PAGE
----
At some point, presumably during the last few months of his life, my family were on our way somewhere and stopped outside the hospital where he was being treated. Did I want to go in and see him? I did, of course, but not like that. I gave my apologies, and said that I had a lot of school work to do, which was true, not that I did any of it in the car. He sent back the message that he understood. In the years that followed, I regretted not taking the opportunity of what would have been our final meeting.

My religion had all but disappeared by the time William died. His getting rid of my uncle didn’t endear God to me greatly. I did sometimes fantasise about the possibility of an afterlife, though, of an eventual reunion with William. I missed being able to talk to him. I had one-way conversations in which I told him that I was OK, that I was in love, conversations we’d never have had if he’d been alive. I thought perhaps he watched over me. I don’t now expect to see him again, but I don’t mind that. The dead live in our memories and in our selves. Even before he died, people used to observe how alike William and I were, in various ways. I feel honoured to think that I might have been the closest to an heir that he had. There are things I do and say, ways I act and talk, that are a tribute to him, and sometimes I’m conscious of them and sometimes I’m not.

I went to his funeral in Leeds, and to a memorial service at his school shortly afterwards. The two occasions have blurred into one. I have a memory of returning home from one of them on the train (can we have travelled by train? but that is my memory) and of listening to ‘Brick’ by Ben Folds Five on my personal stereo as the train pulled in and I emerged on to the sunny platform of Frome Station. That sweet, melancholy song has had an association with him ever since, though I’m not sure he’d have liked it himself, nor the Eels and Radiohead whose sympathetic gloom kept me company through my grief.

William was an organist, an organ scholar. He introduced me to music through CDs he gave me. Stravinsky’s Symphony of Psalms and Bruckner’s 7th I discovered through him. After his death, I inherited/claimed some of his own CDs. Mahler’s 5th, Weill’s Die sieben Todsünden, Bartók’s string quartets, Chopin’s études. Organ music too, through his own performances that I found on his MiniDiscs (another gadget). Percy Whitlock, S.S. Wesley. Connections that we didn’t have during his life but became established later on. His PC, which we took home to replace our old one, had programs installed on it that fuelled my passion for composing, wave editing, the compiling of playlists. A bequest.

In about a year I’ll be the age William was when he died. I sometimes reflect, not with sadness, just with honesty, that my life hasn’t amounted to much, but perhaps he had the same thought, and I have a conviction that we affect more people than we can possibly realise, and in all different kinds of ways. More on that here.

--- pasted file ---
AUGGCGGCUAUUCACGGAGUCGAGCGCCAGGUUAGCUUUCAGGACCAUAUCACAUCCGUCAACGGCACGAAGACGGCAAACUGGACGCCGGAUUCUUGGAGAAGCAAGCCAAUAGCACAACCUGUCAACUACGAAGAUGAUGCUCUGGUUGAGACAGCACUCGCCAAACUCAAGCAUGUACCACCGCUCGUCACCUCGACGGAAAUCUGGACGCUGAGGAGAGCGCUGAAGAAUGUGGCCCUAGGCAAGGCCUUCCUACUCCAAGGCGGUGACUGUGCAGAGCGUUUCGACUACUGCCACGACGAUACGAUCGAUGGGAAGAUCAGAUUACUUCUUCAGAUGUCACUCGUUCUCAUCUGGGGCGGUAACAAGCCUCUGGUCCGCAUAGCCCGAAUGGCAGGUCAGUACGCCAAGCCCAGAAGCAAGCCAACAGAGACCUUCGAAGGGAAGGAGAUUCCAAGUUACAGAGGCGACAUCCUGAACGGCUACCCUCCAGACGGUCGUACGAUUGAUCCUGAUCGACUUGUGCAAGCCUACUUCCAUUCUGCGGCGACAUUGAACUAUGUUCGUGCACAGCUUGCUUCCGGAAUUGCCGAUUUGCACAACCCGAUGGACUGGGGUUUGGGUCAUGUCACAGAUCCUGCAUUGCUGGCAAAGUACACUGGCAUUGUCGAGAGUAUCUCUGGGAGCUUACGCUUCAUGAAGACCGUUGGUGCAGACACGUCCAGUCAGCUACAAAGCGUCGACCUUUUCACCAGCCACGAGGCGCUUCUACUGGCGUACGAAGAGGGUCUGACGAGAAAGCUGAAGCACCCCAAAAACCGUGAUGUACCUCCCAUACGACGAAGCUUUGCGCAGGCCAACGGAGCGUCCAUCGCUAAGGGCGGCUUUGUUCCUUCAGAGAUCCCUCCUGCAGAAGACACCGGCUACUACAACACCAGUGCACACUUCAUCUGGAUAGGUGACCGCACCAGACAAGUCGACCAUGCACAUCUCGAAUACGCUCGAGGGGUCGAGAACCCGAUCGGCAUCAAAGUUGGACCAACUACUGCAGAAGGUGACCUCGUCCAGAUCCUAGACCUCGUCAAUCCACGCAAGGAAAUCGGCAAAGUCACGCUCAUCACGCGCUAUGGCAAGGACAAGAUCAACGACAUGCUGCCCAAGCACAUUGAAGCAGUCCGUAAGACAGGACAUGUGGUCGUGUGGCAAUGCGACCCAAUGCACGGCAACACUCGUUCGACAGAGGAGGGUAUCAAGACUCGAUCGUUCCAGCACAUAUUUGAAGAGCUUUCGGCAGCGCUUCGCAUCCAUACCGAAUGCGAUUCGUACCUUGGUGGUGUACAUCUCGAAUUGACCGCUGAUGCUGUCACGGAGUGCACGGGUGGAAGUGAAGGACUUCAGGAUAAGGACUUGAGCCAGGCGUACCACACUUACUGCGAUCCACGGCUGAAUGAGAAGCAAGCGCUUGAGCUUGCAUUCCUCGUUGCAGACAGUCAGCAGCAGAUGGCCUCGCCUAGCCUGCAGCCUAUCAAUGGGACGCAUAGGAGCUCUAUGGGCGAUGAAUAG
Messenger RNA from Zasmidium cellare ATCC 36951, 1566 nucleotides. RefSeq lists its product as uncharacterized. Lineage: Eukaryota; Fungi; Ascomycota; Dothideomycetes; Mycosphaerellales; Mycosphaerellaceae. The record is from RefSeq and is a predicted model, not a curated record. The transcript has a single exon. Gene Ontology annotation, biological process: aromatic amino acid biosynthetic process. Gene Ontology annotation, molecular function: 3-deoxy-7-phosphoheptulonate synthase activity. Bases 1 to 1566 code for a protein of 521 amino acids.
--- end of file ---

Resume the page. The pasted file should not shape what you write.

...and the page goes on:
By Hook

April 20, 2015

The 2,000+ songs composed by popular English composer James Hook (1746-1827) included:

  • The Beau’s of the year ninety nine
  • Black-ey’d Fanny
  • Come buy my water cresses
  • The celebrated Crying and Laughing song
  • The Dying Negro
  • Fanny of the Hill
  • The Female Cavalier
  • The Female Cryer
  • The Female Hunter
  • Fill fill my friend the foaming bowl
  • The Flitch of Bacon
  • The grand summum bonum’s a bumper of wine
  • Guess if you can which is the man
  • Hark forward! Tantivy huzza!
  • Hoot away ye loon
  • Hymen’s Evening Post
  • I thought it was queer
  • The little waist defended
  • Lowland Willy
  • The Monster!
  • Muirland Willy
  • No waist at all
  • Parliamenteering
  • The Press Gang forc’d my love to go
  • Some wives are good
  • Sweet Nan of Hampton Green
  • There’s nae luck about the house
  • Willy far away
  • Willy’s rare and Willy’s fair
  • Wine and Kisses

200 years later, a descendant:

50 films: #9. Pete’s Dragon (Don Chaffey, 1977)

April 18, 2015

My early relationship with films is hazy. These days, any respectable child has assimilated Frozen by the age of four, having watched their DVD of it a hundred times, but we didn’t own a VCR until I was six so that wasn’t an option. We didn’t go to the cinema often. The first film I remember seeing at the Westway was Disney’s Cinderella, which bored me almost to tears.

Most of my favourite films, then, I discovered on the telly. Some of them now feel like they were always in my consciousness. Buster Keaton (Sherlock Jr., The Navigator, Our Hospitality) and Laurel and Hardy (Swiss Miss, Way Out West), surely I knew these from birth? Likewise the musicals whose soundtracks we had on tape or LP, West Side Story, My Fair Lady, The Sound of Music and Oliver! (though I don’t think I saw the film of Oliver! until I was eight or so).